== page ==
He was a great warrior, who fought the Turks and defeated the Transylvanians. And he took Transylvania and gave it to Emperor Rudolf In opposition to Engel, he always sets the record straight in favor of the Romanians. He is determined to defend, the personality of the voivode, whom he portrays in a morally positive light in antithesis to the defects of his adversaries.
The ingredients of the myth are there, but the myth itself is still absent. He reproaches Michael only for the fact that he was not able to give the unified Romanian territories an appropriate constitution. Only thus might a new era have begun, in which the Romanians would have been able to evolve, united, alongside the other nations of Europe. Historie de la Valachie, de la Moldavie et des Valaques transdanubiens Hist The man who was later to be the great artisan of the union of the principalities gives no signs in his youthful writing that he was at all sensitive to the national potential of the Mchael the Brave episode.
There is not the slightest hint of a project of national unity: It is an ascent in which he appears in two different lights, sometimes contradictory but potentially complementary, as both the glorious ruler of Wallachia and the unifier of the Romanians.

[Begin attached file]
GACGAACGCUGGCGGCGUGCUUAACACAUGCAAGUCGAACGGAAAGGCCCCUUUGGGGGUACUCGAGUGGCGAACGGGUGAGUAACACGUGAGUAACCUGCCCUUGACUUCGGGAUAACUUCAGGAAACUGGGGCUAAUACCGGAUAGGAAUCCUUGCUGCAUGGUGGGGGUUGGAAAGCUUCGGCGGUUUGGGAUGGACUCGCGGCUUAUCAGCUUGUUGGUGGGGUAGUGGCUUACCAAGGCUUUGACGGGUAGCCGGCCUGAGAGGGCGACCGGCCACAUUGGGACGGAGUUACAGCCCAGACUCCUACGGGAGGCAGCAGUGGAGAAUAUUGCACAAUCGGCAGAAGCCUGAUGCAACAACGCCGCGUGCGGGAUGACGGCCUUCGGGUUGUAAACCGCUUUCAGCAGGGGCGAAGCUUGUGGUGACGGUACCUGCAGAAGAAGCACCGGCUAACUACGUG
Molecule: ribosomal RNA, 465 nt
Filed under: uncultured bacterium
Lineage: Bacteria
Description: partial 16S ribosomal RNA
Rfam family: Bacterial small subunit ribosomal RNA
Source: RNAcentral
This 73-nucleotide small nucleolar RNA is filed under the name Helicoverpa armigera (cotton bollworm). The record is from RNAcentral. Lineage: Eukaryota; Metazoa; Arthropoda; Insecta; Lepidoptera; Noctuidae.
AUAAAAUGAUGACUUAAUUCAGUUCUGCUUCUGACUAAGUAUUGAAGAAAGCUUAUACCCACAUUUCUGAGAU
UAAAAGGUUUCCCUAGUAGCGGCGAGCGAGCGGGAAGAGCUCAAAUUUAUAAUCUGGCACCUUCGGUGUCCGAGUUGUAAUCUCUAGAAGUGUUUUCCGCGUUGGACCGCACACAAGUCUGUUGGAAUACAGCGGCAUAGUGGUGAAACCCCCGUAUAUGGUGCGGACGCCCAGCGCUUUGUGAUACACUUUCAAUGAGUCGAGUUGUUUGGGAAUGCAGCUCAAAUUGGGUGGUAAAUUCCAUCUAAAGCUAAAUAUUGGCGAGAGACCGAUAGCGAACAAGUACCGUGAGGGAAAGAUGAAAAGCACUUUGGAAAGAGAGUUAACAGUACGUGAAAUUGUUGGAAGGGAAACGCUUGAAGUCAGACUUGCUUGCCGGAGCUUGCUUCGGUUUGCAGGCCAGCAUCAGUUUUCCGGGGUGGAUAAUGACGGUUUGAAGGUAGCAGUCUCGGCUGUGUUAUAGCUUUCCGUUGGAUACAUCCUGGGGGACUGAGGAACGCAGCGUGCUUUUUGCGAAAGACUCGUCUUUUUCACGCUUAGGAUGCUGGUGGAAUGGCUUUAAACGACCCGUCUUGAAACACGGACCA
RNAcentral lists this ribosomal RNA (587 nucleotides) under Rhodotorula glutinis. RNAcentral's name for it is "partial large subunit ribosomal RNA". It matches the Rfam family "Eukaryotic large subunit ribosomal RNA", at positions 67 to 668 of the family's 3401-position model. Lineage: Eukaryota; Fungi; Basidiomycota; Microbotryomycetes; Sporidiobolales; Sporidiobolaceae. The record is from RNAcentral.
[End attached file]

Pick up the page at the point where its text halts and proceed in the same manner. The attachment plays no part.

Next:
The former aspect is highlighted by Gheorghe Bibescu, himself a ruler of Wallachiawho liked to present himself as the worthy successor of the great voivode and orchestrated insistent propaganda along these lines.
Now Michael was presented as the one who had united the separate parts of ancient Dacia. The evolution in relation to his earlier essays is pronounced, as far as the national idea is concerned.
For the first time the medieval history of the Romanians, of the three Romanian lands, was explicidy treated as national history, as the history of a national desideratum which had never ceased to be manifested throughout the centuries, the history of an ideal Romanian state, complete and unitary.
The influence of the work on Romanian national consciousness was considerable, despite the delay in its publication a partial edition infollowed by the first of many full editions in Together, Michael and Stephen came to symbolize the separate yet shared history, which had led in any case towards unity, of the two Romanian sister lands.